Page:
Apache Wash Rattlesnake Hiking Arizona Rusty Ward

Glamour Ssssssssshots!

It doesn’t happen as often as many think, but if you are a frequent hiker in Arizona, you will likely encounter a rattlesnake from time to time – even on the most public of trails.  And as I am often wandering around somewhere, the odds are pretty good I will meet up with one.  And I did this past weekend.

Apache Wash Rattlesnake Hiking Arizona Rusty Ward
“None Shall Pass”

Growing up in the Midwest, the only exposure we had to the Western diamondback was of course, television and the movies.  If they showed a rattlesnake, it was going to be angry, curled, tail a “rattling”, and ready to strike.  I have had numerous encounters with them now (enough where I’ve stopped counting) and sometimes this is how it happens.  Particularly if they get surprised (technically, both of you get surprised!).  ALWAYS pay attention to the path!

The Western diamondback seems to like to spread out on a semi-smooth, less rocky, flat piece of land, which, coincidentally, looks a lot like a trail!  My guess is that this guy (I didn’t formally check) was just getting ready to warm up with the rising sun, as the nights have been starting to be a little cooler.

Even though I’ve seen quite a few, I always like to stop and take some pics or a video.  Along with the saguaro, there is just nothing more iconic to the Sonoran Desert then the Western diamondback, and he allowed me plenty of time to take some photos.  Although scary to many, they are amazing to see (and hear – you know what I mean).

Apache Wash Western Diamondback Rattlesnake Rusty Ward.

Based on the number of “rattles”, this was one of the oldest snakes I’ve seen.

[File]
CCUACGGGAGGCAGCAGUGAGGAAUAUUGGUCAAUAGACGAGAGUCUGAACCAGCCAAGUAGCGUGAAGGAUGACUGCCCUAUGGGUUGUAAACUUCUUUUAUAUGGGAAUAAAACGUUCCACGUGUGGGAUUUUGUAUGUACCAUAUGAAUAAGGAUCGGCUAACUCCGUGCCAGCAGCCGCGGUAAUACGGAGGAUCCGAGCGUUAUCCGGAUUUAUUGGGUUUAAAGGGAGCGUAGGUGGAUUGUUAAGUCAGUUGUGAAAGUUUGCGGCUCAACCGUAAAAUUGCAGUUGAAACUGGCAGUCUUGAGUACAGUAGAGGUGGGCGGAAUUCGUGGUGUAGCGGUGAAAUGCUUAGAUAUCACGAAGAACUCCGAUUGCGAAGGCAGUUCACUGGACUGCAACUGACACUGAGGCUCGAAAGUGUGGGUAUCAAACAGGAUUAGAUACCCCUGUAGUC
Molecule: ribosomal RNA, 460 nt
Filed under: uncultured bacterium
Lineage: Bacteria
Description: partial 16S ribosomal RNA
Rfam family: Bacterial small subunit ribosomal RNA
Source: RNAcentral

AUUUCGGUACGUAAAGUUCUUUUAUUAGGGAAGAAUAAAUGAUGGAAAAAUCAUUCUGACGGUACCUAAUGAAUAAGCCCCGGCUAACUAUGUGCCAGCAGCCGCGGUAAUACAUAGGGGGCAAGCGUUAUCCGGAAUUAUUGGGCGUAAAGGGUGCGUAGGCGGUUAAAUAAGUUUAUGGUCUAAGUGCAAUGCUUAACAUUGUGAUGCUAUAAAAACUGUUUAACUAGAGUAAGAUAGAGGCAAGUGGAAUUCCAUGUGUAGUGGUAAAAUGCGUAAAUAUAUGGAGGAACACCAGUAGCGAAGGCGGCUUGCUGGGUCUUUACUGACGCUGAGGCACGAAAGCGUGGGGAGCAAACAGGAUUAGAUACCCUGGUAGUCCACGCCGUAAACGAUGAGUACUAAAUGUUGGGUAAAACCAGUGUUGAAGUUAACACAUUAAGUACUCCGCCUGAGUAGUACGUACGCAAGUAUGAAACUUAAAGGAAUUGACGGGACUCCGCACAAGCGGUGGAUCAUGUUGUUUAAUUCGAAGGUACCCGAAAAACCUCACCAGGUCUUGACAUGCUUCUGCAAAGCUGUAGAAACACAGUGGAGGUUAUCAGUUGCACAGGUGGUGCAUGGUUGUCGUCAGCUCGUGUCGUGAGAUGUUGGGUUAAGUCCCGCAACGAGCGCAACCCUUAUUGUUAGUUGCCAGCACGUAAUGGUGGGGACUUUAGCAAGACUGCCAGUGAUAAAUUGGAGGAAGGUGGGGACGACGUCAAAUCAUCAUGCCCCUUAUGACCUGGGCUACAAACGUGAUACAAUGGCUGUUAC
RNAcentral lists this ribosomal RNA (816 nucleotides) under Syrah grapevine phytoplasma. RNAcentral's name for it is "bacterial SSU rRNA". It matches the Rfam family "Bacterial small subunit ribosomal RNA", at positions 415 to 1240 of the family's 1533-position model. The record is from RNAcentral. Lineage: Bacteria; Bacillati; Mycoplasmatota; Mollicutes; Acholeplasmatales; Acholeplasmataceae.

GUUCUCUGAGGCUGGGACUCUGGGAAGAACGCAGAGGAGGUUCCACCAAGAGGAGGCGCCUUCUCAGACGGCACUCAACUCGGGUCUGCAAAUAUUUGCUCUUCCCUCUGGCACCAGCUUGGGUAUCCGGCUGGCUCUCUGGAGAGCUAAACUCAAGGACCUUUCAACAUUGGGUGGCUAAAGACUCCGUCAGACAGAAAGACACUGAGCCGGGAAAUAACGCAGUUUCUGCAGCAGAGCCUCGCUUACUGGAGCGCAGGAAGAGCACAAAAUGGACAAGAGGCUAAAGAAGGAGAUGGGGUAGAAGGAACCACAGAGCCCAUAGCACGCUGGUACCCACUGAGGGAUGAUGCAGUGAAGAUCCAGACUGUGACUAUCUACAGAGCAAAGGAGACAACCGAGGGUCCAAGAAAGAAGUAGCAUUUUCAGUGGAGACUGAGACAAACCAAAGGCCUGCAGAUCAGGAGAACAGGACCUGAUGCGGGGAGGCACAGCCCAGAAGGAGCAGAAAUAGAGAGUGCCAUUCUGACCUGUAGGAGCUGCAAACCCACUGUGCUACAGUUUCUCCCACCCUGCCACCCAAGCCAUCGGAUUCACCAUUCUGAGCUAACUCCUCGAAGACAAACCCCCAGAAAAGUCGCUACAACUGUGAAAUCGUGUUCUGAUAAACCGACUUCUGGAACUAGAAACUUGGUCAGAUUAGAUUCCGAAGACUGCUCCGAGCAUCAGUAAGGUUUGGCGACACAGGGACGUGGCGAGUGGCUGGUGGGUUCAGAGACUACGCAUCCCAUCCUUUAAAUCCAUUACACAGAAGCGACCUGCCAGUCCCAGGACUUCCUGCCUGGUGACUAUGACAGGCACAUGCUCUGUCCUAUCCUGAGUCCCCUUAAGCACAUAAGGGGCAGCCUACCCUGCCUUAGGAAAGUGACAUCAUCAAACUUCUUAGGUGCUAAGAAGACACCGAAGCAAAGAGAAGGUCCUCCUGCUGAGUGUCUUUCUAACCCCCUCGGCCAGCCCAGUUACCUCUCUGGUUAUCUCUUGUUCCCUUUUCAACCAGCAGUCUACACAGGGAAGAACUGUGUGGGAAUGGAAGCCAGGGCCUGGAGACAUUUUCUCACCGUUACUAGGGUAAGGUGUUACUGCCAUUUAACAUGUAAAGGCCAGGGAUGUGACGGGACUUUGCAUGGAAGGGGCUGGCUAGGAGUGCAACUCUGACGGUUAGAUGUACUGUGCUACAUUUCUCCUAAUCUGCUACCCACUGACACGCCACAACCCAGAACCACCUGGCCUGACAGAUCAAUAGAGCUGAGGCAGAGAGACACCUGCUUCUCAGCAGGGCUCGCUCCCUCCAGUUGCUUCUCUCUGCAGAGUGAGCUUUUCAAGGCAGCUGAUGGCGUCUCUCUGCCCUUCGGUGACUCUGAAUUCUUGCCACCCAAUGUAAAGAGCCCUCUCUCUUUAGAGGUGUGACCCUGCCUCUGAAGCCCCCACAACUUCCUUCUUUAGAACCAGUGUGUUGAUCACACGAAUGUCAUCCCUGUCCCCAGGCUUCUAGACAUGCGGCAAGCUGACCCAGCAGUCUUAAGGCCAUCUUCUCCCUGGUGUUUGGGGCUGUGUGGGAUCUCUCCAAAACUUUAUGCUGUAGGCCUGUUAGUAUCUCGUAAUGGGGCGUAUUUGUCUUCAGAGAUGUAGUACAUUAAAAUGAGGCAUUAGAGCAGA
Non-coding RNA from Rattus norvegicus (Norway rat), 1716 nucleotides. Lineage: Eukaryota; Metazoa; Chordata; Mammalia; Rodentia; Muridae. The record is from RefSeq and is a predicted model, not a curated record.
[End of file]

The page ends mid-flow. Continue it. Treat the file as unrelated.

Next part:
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And while leery of me being there, he apparently didn’t feel threatened

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This trail is frequented by bike riders, and as a group approached, the snake was “encouraged” to leave the pathway – no one wants him getting run over (this is common) and getting hurt.

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A bit of a “Stink-Eye”
Apache Wash Rattlesnake Hiking Arizona
I’m going to hide behind this weed

He never did give the”rattle” – it looked almost like it was to much of an effort to wield it.

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He slowly moved out of harms way under the nearby cactus.  It makes you think of all the snakes that have quietly sat there as you walked by.

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Apache Wash Rattlesnake Hiking Arizona Rusty Ward

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The funniest thing is that I didn’t get that “startled” feeling when I spotted him, but half an hour later was scared by a stick lying well off the trail.

In case you wanted to hear one (a previous encounter with a particularly angry snake)

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